Figure 2: From raw materials and feedstocks at the front end to final consumers at the back end, hubs are connected through one or more central hydrogen production facilities and an associated network.


Who will manage the hydrogen hub system and regional interconnection?

The Regional Clean Hydrogen Hubs program is funded by Congress and run by DOE. The program’s purpose is to aid in the generation, handling, distribution, storage and use of clean hydrogen throughout the country. The program is noteworthy as it has the potential to significantly transform energy policy.

The federal government has allocated $9.5 billion in funding for hydrogen projects, including $8 billion for hydrogen hubs. This is intended to jump-start the clean hydrogen economy, with tax incentives helping hydrogen become a competitive solution in hard-to-decarbonize industries. These subsidies include 45V tax credits where the value of credits is based on life-cycle emissions. Additionally, tax credits are available for carbon capture and sequestration efforts, (section 45Q of the tax code). Each of these tax credits can reduce the price difference between clean hydrogen and more carbon-intensive energy alternatives. As part of the 45V tax credits for hydrogen production, the U.S. Department of the Treasury will establish rules for calculating life-cycle emissions in determining the value of the tax credit. DOE also has issued a proposal for a Clean Hydrogen Production Standard that is based on life-cycle emissions. The IIJA requires that hubs meet this standard.

It remains to be seen what government involvement and support will look like as the hydrogen economy takes shape. But ultimately, as with all free-market economics, it will take regional hubs talking to and working together to optimize interconnectivity and the success of this sustainability model.

What role do consultants play in the development of hubs?

Every firm is different, and a thorough assessment of a firm’s capabilities is critical. As an example, 1898 & Co. offers a holistic, evergreen approach to evaluating multistate hydrogen production and end-use pathways. The approach leverages strong technical, financial and policy resources with a tool set that supports clients as they work to establish their overall hub vision, understand short-term and long-term hub feasibility, and capture potential market opportunities.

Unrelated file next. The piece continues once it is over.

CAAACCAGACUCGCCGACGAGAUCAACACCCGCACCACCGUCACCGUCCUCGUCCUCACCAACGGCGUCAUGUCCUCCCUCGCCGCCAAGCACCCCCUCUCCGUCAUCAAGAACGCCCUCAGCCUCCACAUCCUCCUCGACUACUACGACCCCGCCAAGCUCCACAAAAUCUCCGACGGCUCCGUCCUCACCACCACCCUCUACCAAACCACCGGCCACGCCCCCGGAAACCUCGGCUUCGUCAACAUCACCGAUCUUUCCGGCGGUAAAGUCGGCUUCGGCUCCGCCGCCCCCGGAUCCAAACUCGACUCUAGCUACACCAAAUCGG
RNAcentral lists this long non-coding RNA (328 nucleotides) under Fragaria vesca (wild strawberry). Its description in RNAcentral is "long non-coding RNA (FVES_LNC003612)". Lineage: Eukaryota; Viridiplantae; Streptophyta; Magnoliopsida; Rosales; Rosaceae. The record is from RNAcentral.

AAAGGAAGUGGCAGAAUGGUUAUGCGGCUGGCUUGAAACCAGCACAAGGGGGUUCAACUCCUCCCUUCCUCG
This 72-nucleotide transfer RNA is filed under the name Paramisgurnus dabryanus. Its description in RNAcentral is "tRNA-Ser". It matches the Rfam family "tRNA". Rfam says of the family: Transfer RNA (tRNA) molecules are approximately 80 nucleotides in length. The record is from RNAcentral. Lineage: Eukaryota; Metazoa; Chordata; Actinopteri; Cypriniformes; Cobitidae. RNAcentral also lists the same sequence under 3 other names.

When working with a hydrogen hub consultant, entities should look for firms that can handle technical studies, permitting, financing, grant writing, technical economic analysis and life-cycle analysis. A knowledgeable firm can help determine both the technical operations of the hub and the financial sustainability of the hub inclusive of how federal policy will impact short- and-long-term viability. Most importantly, the consultant should be able to determine the strategy and structure of the hub based on determining how to leverage all assets, including regional partnerships.

Companies interested in considering a hydrogen-hub-related investment need fit-for-purpose techno-economic and life-cycle analyses. Considerations should include developing time-adjustable investment plans, which identify optimum configurations and the right mix of feedstocks, products, technologies and supporting infrastructure to achieve hub goals (e.g., decarbonization, profitability, long-term viability, etc.). Financial outputs, including levelized costs of hydrogen production and the costs of hydrogen earmarked for transportation, cement or steel production, as well as products derived from hydrogen such as renewable diesel, sustainable aviation fuel, methanol and ammonia should all be a key part of the analysis. In instances where hub development moves forward, working with a consultant that not only can advise on the hub’s development, but can also help with its design and construction offers a clear advantage.

The pathway to hydrogen hub success

The process of establishing a hydrogen hub can be a daunting and complicated one. But it’s becoming ever-more critical as energy providers and others search for ways to achieve a cleaner energy future. Finding a partner with the appropriate technical, financial and policy experience is essential. In addition to helping potential project owners determine when a hub doesn’t make sense, a knowledgeable consultant should be able to identify alternatives for achieving sustainability goals.


Martin Brandt


Hannah Morrey Brown

Energy Policy Adviser